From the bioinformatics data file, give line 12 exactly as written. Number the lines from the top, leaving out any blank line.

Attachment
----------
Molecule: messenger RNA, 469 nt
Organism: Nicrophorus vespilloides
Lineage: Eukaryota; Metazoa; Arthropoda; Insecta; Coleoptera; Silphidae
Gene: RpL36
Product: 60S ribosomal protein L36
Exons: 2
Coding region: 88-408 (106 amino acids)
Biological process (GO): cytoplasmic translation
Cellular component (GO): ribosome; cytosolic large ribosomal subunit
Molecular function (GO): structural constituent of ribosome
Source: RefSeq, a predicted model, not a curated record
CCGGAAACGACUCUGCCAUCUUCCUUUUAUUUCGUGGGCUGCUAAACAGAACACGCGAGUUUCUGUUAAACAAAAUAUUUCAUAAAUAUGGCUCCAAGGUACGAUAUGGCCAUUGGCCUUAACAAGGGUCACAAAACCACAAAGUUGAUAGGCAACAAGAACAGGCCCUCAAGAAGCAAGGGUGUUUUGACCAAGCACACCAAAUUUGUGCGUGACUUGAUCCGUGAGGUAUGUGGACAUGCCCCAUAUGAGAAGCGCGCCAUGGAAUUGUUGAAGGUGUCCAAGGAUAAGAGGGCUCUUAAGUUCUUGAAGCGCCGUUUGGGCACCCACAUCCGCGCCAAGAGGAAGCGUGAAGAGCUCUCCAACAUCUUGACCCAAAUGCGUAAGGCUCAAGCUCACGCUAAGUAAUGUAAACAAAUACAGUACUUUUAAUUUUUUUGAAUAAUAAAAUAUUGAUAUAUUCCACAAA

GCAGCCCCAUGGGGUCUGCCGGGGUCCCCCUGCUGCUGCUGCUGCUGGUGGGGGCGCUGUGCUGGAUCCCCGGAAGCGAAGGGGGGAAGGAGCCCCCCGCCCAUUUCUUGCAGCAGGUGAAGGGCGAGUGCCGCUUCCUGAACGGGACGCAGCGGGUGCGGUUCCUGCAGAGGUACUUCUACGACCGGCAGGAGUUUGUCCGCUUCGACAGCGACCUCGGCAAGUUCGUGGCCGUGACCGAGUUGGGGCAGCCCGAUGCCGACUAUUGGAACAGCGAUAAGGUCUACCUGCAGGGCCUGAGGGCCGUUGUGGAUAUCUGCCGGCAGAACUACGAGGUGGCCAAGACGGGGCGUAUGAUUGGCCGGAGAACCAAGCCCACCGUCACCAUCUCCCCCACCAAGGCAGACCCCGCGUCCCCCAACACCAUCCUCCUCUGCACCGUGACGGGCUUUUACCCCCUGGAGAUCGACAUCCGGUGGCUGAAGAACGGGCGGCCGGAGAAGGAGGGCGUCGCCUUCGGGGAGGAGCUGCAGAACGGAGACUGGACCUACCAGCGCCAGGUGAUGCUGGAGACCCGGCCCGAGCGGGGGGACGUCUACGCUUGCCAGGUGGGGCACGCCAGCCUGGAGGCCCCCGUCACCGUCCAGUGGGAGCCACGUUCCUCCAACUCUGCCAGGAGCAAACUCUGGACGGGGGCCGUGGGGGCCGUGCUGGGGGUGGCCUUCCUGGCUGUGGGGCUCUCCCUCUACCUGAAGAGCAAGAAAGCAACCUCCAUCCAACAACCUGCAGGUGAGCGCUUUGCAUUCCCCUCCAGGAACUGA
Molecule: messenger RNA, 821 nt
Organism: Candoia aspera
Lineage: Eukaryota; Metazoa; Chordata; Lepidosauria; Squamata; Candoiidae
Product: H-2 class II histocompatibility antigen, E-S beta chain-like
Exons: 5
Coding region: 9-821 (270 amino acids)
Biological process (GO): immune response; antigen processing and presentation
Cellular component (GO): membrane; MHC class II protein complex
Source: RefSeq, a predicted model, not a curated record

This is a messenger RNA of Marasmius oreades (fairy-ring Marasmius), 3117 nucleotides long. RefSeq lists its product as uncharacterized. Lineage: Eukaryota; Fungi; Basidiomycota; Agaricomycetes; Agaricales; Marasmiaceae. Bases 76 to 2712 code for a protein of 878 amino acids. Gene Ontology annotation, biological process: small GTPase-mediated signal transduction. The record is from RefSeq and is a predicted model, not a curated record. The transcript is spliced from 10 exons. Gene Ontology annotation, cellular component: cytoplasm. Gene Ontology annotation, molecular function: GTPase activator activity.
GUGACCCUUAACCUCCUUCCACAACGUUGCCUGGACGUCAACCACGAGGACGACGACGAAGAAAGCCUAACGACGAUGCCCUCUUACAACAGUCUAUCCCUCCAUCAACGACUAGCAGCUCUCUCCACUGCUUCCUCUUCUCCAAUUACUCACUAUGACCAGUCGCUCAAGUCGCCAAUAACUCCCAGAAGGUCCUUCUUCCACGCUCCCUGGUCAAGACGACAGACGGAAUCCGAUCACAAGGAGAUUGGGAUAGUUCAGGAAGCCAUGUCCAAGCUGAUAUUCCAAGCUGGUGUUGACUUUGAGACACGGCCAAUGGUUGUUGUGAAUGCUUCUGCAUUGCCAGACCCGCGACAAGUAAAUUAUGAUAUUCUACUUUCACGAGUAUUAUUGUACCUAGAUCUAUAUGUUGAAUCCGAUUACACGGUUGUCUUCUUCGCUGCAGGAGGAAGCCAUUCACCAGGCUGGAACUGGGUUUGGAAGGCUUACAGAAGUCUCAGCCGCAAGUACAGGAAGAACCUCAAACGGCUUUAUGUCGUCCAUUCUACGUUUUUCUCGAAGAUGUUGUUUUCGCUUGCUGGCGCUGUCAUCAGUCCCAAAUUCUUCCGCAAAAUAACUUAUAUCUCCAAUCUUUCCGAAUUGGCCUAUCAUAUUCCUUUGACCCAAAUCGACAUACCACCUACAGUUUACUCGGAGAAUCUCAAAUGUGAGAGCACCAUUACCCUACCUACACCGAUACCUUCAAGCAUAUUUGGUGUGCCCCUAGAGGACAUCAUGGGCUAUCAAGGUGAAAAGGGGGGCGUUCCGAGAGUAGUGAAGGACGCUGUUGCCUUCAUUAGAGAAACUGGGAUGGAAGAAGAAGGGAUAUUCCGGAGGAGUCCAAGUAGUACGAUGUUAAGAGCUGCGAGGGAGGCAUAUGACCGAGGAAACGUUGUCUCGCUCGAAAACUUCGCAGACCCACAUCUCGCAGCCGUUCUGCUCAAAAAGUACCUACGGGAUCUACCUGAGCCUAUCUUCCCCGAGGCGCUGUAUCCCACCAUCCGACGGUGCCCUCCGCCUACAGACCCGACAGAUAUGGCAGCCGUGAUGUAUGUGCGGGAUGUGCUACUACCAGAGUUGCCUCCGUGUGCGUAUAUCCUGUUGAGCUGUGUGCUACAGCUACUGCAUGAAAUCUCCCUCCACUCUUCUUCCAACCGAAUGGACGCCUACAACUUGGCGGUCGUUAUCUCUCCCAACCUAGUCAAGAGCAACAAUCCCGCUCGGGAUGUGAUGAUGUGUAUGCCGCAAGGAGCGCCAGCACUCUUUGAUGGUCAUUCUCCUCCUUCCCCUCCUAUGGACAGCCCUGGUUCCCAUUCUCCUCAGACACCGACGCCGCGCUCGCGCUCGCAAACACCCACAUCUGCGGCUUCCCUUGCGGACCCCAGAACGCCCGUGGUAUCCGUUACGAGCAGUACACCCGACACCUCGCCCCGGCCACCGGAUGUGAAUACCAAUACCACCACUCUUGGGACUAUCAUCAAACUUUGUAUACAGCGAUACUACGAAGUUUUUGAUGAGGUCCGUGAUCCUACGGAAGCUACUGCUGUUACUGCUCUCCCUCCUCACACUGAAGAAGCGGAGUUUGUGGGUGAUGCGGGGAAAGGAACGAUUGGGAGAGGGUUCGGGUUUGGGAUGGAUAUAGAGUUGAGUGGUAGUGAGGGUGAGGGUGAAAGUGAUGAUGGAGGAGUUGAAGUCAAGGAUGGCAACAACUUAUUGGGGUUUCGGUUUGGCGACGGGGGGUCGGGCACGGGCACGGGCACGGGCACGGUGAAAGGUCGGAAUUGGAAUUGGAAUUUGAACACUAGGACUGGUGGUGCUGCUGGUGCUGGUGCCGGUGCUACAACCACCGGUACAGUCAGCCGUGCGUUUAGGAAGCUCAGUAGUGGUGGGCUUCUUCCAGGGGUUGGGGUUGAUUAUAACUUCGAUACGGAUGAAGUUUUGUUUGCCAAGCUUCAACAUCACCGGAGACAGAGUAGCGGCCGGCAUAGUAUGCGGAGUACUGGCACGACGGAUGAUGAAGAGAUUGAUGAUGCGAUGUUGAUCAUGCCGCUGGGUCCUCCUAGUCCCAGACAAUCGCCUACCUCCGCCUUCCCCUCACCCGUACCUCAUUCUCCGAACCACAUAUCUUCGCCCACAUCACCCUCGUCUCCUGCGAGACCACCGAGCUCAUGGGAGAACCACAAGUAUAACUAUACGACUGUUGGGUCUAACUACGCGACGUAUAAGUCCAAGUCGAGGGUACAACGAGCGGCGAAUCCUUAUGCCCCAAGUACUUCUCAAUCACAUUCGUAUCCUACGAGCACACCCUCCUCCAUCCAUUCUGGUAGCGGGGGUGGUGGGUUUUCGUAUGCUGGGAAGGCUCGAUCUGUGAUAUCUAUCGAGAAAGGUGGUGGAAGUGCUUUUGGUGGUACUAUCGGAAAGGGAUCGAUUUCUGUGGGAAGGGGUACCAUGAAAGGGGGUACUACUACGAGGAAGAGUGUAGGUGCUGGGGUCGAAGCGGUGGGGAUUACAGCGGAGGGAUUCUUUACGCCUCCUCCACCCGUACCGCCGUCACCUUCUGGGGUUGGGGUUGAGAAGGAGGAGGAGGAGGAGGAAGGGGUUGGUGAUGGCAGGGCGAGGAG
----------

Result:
CCGGAAACGACUCUGCCAUCUUCCUUUUAUUUCGUGGGCUGCUAAACAGAACACGCGAGUUUCUGUUAAACAAAAUAUUUCAUAAAUAUGGCUCCAAGGUACGAUAUGGCCAUUGGCCUUAACAAGGGUCACAAAACCACAAAGUUGAUAGGCAACAAGAACAGGCCCUCAAGAAGCAAGGGUGUUUUGACCAAGCACACCAAAUUUGUGCGUGACUUGAUCCGUGAGGUAUGUGGACAUGCCCCAUAUGAGAAGCGCGCCAUGGAAUUGUUGAAGGUGUCCAAGGAUAAGAGGGCUCUUAAGUUCUUGAAGCGCCGUUUGGGCACCCACAUCCGCGCCAAGAGGAAGCGUGAAGAGCUCUCCAACAUCUUGACCCAAAUGCGUAAGGCUCAAGCUCACGCUAAGUAAUGUAAACAAAUACAGUACUUUUAAUUUUUUUGAAUAAUAAAAUAUUGAUAUAUUCCACAAA